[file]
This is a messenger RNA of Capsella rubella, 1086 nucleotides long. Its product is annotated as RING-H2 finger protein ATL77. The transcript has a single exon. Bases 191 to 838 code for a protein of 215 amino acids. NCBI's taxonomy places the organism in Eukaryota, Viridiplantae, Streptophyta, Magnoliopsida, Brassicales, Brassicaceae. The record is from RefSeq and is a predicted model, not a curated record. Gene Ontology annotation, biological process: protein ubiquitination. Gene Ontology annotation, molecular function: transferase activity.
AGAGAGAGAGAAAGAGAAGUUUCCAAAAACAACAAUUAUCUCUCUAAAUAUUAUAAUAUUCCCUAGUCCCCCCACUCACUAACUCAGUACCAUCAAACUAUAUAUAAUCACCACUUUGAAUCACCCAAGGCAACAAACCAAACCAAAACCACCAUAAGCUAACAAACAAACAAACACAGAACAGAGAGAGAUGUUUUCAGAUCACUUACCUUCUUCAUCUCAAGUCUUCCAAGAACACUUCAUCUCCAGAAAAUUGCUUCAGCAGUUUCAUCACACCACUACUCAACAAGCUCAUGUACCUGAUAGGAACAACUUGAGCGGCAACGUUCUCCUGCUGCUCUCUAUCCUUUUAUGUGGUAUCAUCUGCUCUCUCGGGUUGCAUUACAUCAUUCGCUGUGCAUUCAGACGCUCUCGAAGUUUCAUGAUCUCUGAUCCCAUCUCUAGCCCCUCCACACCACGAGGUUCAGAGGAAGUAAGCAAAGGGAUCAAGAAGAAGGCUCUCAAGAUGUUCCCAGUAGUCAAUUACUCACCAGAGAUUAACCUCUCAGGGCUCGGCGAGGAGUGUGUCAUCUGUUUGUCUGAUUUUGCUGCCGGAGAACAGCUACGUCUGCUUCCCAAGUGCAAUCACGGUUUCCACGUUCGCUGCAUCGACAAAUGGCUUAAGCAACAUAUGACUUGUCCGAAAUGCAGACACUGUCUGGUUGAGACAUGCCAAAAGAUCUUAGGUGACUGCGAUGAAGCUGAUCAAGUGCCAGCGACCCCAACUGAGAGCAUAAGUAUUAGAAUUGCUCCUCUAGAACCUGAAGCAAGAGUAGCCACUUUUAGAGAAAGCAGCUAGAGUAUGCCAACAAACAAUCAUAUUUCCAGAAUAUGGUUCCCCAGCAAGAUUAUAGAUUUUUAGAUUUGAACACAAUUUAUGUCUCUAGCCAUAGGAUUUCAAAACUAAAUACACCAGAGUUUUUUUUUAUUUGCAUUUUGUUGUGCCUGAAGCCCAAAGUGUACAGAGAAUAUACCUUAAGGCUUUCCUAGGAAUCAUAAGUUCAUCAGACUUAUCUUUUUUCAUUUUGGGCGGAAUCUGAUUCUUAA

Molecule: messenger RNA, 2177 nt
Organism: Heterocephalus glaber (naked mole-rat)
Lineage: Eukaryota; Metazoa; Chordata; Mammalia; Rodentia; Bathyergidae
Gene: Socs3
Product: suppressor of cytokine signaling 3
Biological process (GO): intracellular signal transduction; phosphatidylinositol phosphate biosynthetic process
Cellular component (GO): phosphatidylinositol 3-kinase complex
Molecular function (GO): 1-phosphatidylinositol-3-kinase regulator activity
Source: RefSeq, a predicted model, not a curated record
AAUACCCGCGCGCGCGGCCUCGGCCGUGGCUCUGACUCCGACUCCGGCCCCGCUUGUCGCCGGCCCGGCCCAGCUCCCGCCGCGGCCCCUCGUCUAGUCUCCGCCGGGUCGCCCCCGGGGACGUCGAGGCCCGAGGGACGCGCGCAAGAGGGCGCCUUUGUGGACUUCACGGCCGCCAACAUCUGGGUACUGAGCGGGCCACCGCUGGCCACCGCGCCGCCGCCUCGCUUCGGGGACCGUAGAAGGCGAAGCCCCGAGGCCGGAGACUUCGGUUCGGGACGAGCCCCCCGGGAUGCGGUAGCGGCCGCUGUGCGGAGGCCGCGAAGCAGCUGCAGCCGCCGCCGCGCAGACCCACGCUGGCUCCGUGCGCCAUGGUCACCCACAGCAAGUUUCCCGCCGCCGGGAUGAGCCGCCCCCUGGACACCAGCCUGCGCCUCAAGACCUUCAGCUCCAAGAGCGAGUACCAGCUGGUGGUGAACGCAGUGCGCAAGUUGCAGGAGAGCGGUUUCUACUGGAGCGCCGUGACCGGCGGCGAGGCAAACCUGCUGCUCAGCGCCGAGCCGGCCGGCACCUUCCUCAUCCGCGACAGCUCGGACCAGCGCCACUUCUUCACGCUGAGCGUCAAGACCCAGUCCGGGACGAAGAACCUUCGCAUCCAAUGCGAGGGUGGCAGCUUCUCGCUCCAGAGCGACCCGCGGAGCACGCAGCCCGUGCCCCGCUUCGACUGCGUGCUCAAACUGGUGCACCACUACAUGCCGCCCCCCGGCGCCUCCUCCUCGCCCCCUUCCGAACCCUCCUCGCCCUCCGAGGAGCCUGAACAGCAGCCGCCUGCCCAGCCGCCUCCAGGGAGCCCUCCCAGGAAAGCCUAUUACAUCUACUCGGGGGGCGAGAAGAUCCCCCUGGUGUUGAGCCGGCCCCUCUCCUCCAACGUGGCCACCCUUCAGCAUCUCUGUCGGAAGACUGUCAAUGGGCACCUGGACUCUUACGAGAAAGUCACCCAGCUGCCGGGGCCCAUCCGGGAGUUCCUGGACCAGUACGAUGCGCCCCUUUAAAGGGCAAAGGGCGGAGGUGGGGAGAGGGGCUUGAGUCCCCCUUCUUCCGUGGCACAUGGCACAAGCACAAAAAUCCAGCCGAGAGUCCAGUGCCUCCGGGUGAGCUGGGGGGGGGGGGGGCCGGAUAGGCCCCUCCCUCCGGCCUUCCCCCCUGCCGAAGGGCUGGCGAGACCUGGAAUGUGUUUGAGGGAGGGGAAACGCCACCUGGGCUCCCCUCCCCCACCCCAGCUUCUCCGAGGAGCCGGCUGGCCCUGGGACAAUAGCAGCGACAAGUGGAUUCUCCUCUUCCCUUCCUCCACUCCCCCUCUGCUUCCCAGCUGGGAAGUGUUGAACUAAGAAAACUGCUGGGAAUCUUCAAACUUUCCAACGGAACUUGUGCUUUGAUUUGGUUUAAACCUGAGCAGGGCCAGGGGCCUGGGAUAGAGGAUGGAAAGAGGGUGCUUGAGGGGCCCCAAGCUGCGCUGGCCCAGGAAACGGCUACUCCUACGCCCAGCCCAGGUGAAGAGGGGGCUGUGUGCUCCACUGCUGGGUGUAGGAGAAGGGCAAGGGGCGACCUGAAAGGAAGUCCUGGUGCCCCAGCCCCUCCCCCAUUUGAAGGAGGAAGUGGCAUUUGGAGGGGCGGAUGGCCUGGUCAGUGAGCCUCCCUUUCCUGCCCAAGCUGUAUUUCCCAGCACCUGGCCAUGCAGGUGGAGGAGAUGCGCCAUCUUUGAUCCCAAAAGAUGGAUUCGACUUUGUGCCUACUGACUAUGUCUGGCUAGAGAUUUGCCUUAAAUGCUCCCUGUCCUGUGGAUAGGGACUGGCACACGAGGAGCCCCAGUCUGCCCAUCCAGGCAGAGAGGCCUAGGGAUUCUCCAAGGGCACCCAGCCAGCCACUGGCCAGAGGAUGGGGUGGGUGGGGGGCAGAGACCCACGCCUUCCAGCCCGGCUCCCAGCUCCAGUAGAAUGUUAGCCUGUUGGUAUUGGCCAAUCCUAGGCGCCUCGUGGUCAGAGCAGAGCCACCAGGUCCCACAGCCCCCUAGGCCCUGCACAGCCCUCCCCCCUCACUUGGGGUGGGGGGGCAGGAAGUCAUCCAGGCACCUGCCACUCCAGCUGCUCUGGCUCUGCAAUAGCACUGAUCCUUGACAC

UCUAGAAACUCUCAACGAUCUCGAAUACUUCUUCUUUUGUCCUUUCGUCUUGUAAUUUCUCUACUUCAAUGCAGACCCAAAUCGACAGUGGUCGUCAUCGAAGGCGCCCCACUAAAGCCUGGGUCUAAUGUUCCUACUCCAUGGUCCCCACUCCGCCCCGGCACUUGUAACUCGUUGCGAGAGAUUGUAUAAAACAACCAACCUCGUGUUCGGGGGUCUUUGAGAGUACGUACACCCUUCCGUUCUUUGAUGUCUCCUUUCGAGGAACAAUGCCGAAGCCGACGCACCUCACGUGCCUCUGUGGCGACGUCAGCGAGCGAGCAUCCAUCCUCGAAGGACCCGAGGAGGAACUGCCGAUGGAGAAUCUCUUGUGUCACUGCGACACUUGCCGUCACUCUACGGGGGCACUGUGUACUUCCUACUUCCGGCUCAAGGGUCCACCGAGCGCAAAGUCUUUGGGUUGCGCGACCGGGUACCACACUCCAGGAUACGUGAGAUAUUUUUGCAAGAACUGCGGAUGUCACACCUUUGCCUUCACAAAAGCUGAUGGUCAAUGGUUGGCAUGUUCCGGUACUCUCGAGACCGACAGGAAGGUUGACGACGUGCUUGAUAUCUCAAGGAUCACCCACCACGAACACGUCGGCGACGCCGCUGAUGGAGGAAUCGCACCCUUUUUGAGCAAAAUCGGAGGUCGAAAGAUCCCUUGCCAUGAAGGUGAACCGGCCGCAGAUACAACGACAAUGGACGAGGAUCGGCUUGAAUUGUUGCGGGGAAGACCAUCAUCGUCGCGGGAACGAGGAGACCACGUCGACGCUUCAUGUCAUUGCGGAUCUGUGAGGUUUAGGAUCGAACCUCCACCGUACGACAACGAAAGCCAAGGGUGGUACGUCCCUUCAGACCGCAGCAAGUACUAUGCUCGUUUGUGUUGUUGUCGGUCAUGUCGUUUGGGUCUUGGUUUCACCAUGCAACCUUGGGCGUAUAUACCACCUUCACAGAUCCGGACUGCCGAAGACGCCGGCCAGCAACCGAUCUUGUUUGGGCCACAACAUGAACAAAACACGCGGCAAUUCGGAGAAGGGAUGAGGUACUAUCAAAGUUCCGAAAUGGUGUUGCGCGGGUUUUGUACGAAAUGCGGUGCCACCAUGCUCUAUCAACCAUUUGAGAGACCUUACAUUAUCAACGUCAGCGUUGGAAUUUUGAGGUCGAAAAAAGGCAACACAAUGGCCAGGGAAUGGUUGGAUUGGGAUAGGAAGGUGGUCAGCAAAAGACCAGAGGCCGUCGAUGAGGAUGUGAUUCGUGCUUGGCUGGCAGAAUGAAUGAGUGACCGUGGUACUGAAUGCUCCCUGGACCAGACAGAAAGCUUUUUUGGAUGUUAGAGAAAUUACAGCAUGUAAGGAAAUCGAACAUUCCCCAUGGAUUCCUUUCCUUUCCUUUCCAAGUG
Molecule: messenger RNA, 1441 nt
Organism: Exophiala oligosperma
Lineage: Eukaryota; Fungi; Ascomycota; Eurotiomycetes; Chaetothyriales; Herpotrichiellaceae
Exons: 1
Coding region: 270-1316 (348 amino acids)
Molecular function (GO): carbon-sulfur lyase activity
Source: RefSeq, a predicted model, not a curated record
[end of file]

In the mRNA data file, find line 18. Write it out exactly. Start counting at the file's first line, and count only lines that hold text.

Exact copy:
Coding region: 270-1316 (348 amino acids)